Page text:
“Combining our truck [and] its advanced capabilities with GM Defense’s manufacturing supply chain and other advanced vehicle technologies that they can leverage from the commercial market just really made it a no-brainer for a relationship to move forward in this program,” Milner said.
While the final version of the vehicles will be modified to fit any unique requirements from the Army, “at its core the HX3 series of trucks will offer the Army two of its three highest priorities, which [are] commerciality and commonality,” he said.
HX3 was “initially designed in conjunction with” German-based company MAN Truck & Bus, “so it carries over as much of the commerciality as it can from the trucking industry,” Milner said. The trucks were also built upon “a building block” that allows for as much commonality between variants as possible, he said.
“If you just need a truck that can only carry a lighter weight, we can do it in a four-wheel vehicle,” Milner said. “We can do it in a 6x6, we can do an 8x8, or a 10x10. And really the only thing you’re changing is adding the axle and lengthening the overall chassis.”
The Army will also want some of the vehicles in the family to have an armored cab. Rheinmetall has developed an interchangeable cab that will allow the armored cab or unarmored cab to be switched out quickly with minimal personnel and equipment, Johnson said.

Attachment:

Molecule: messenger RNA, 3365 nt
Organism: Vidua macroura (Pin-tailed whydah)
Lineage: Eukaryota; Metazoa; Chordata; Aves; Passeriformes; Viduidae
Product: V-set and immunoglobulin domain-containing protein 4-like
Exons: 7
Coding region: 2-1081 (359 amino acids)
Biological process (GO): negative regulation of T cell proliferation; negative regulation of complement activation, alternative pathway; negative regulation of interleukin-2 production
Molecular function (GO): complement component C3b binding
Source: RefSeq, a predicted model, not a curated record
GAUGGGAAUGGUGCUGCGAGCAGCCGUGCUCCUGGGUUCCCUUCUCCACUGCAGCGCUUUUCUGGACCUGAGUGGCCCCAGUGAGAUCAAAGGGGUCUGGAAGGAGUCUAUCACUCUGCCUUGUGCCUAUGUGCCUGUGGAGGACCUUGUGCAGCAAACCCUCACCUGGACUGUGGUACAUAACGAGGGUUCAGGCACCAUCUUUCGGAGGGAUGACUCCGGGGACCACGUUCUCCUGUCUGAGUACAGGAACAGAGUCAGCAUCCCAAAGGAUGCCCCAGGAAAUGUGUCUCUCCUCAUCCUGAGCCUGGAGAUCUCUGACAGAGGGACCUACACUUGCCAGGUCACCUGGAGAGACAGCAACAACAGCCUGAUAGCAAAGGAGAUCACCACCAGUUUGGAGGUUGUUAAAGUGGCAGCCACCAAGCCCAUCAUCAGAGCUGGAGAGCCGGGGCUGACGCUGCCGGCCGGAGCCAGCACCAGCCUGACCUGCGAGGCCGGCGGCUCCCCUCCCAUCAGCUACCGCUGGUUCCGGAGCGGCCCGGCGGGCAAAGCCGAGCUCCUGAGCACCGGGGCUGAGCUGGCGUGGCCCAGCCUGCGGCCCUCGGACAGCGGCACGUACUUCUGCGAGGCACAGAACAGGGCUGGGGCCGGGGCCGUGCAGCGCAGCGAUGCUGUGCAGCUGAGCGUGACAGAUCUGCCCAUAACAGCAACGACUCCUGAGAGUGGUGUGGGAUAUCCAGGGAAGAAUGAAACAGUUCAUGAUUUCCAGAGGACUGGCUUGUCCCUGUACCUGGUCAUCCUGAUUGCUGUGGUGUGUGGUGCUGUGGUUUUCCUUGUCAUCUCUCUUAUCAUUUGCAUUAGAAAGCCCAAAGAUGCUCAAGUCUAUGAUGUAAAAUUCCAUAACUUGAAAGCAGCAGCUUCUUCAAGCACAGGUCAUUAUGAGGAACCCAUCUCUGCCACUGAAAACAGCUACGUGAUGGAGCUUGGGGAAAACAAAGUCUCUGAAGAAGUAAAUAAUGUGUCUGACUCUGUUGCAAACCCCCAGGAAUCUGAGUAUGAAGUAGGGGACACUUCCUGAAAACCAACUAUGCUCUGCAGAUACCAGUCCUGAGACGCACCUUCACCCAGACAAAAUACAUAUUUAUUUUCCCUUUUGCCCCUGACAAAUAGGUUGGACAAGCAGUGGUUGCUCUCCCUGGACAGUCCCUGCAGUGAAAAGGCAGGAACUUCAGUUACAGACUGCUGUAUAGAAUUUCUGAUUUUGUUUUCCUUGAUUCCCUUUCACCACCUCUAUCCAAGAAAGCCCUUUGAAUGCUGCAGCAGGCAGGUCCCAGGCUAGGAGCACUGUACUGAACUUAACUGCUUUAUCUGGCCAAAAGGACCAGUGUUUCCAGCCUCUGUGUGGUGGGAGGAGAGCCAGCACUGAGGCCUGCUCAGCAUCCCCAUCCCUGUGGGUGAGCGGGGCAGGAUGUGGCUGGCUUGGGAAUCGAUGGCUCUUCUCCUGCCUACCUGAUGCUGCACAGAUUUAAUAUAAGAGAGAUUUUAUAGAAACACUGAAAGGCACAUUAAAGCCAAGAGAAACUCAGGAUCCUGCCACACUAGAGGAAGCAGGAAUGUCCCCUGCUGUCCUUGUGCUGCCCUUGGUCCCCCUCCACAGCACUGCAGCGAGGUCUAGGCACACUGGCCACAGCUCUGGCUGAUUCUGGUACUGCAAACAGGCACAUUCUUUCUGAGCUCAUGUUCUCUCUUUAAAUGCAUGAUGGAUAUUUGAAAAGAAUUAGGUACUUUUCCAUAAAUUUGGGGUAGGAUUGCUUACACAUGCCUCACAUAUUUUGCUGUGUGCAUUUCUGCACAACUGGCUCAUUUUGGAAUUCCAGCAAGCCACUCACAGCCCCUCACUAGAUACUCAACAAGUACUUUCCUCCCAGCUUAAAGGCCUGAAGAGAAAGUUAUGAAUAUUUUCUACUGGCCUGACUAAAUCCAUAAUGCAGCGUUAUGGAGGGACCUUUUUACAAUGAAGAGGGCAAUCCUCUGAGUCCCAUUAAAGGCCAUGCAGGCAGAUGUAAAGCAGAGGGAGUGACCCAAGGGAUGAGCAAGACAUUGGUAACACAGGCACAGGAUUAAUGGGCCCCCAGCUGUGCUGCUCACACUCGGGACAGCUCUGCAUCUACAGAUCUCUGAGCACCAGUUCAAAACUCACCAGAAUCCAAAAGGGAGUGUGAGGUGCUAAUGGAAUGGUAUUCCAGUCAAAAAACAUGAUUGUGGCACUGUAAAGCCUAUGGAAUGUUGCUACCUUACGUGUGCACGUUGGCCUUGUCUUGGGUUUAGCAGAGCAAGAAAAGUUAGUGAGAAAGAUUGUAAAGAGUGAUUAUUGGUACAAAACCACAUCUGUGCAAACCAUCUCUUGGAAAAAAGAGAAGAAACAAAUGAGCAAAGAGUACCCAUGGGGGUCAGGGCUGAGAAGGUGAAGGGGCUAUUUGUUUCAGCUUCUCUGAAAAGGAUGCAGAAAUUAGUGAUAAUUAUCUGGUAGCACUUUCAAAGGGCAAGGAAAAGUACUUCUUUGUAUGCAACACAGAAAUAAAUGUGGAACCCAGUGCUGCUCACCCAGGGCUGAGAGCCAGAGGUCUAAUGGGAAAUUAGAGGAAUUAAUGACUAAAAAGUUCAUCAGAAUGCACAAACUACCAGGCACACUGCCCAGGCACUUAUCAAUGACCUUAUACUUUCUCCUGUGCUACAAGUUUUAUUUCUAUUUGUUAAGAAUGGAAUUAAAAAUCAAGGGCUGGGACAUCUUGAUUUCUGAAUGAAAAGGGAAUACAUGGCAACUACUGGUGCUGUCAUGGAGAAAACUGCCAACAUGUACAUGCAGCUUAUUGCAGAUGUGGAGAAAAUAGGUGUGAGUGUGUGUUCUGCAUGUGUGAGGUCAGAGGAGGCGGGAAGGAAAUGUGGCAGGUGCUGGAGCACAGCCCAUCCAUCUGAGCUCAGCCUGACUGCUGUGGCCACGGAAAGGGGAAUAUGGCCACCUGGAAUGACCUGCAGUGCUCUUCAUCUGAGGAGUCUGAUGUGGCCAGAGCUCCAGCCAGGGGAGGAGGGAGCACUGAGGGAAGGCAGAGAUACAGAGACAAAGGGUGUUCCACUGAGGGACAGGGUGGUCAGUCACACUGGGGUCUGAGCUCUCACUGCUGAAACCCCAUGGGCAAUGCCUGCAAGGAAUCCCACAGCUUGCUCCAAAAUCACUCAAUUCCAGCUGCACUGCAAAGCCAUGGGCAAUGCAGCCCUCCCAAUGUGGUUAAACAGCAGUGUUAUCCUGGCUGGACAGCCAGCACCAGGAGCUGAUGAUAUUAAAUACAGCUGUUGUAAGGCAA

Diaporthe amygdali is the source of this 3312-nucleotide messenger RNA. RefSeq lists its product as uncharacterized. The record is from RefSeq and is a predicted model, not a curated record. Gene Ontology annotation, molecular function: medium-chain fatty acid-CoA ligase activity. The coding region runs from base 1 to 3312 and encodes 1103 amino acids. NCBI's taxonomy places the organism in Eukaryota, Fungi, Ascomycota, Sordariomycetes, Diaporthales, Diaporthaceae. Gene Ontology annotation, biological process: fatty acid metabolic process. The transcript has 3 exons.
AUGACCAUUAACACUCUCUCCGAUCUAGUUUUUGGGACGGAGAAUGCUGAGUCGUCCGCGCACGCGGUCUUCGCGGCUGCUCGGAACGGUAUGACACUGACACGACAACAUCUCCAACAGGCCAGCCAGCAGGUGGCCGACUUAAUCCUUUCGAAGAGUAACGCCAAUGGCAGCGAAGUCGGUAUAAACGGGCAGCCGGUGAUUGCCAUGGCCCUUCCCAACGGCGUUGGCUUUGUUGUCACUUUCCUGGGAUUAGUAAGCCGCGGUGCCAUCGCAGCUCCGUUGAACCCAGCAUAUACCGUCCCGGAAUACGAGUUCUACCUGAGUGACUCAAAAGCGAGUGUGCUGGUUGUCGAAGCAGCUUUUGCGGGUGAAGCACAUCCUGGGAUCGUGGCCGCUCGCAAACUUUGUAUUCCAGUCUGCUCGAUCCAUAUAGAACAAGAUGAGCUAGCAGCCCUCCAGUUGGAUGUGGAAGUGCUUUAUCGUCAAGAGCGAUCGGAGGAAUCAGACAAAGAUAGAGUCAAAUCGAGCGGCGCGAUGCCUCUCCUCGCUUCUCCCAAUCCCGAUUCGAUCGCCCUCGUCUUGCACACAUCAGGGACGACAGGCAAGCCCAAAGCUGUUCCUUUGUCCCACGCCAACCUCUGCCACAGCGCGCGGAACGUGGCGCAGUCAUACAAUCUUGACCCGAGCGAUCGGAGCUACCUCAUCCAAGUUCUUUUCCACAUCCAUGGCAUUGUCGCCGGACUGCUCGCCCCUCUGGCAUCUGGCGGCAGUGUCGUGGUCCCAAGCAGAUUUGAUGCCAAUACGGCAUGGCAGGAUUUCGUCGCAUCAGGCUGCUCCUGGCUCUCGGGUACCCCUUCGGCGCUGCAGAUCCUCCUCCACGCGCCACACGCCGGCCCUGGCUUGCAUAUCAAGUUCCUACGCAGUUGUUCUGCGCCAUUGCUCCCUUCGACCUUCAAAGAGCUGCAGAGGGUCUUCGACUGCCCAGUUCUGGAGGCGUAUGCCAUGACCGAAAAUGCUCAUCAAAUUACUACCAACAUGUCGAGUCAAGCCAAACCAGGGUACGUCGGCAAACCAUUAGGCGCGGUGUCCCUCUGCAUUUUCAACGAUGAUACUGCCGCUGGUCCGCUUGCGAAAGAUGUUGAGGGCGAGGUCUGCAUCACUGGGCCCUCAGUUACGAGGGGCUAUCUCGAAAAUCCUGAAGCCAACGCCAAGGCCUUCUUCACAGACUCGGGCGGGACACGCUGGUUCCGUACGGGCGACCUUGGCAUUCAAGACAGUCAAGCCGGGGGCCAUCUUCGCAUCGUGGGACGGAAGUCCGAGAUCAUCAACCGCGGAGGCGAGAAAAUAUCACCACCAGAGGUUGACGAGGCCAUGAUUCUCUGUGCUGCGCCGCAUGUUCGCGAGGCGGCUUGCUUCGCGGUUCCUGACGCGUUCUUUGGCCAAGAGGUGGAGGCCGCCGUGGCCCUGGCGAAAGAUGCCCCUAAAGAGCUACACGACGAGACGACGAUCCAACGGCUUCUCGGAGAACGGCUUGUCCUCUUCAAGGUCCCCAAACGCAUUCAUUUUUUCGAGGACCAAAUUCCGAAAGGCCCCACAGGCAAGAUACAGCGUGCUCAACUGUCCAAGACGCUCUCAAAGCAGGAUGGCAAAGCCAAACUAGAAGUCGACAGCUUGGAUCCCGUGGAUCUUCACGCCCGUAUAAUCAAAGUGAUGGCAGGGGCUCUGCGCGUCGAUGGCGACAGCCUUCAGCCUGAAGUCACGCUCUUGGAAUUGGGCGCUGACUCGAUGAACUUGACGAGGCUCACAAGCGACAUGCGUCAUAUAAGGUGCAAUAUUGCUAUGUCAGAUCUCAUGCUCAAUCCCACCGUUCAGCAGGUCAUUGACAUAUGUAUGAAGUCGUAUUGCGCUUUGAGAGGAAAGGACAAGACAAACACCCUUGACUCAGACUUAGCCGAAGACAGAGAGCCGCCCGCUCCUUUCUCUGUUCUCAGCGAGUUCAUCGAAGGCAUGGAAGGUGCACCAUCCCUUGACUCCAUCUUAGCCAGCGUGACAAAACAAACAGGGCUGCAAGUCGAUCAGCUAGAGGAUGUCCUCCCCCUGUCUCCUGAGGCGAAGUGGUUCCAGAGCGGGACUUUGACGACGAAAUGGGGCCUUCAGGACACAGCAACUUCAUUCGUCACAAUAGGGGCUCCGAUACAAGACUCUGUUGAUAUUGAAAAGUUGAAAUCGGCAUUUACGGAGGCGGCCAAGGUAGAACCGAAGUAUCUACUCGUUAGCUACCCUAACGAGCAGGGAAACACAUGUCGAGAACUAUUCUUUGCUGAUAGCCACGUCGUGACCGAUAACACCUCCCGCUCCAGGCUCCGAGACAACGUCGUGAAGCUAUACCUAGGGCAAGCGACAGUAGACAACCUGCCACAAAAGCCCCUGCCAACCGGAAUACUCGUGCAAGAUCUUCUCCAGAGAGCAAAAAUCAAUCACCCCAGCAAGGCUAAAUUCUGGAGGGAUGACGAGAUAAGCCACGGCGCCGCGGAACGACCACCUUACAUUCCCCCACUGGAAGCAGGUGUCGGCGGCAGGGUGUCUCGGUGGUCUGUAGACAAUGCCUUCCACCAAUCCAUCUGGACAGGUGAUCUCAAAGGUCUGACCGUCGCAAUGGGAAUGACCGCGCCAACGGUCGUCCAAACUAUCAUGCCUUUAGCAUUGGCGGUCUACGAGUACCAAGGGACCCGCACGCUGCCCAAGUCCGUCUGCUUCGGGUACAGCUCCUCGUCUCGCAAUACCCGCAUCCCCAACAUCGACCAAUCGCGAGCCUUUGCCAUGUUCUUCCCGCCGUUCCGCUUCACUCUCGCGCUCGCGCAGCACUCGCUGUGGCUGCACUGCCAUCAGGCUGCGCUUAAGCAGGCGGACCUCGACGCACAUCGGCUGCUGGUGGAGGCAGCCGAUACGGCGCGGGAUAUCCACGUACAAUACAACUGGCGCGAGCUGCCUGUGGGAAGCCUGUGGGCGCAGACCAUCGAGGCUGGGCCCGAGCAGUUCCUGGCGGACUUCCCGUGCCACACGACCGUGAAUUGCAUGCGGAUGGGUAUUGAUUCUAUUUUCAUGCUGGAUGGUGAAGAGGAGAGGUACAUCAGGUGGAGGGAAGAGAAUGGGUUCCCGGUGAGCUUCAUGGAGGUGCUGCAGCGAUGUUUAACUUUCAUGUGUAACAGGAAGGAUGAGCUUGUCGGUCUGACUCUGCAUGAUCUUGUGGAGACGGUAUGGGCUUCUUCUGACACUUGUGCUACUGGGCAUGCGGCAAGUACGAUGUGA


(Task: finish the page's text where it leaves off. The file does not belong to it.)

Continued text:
Another key requirement for the new vehicles is advanced safety features, such as driver assistance systems — which are already “part of the HX3 baseline,” Milner noted. However, up to this point the systems have not been commonly adopted on military vehicles, Johnson said.
“Every car on the road today … has these advanced systems to tell you if you’re departing a lane, if somebody’s coming up behind you, if there’s an issue to your rear, and yet military vehicles don’t have them,” he said. “And so we take these very young men and women [and] put them in a position to drive these vehicles that are significantly large and without that kind of capability.”
Along with the HX3’s built-in capabilities, GM Defense will “enhance” the vehicle to “give soldiers situational awareness and understanding of what’s going on around them with visual and physical prompts as they conduct operations,” Johnson said.
A partnership of Humvee manufacturer AM General and Italy-based Iveco Defense Vehicles had also submitted a proposal, but did not receive a contract for the prototyping phase.
“Commercial technologies and economies of scale exist that will help the Army … address the increasing age of the current Heavy Tactical Vehicle fleet,” Bing said. “Now is an opportune time to modernize with a Common Tactical Truck in support of Multi Domain Operations.”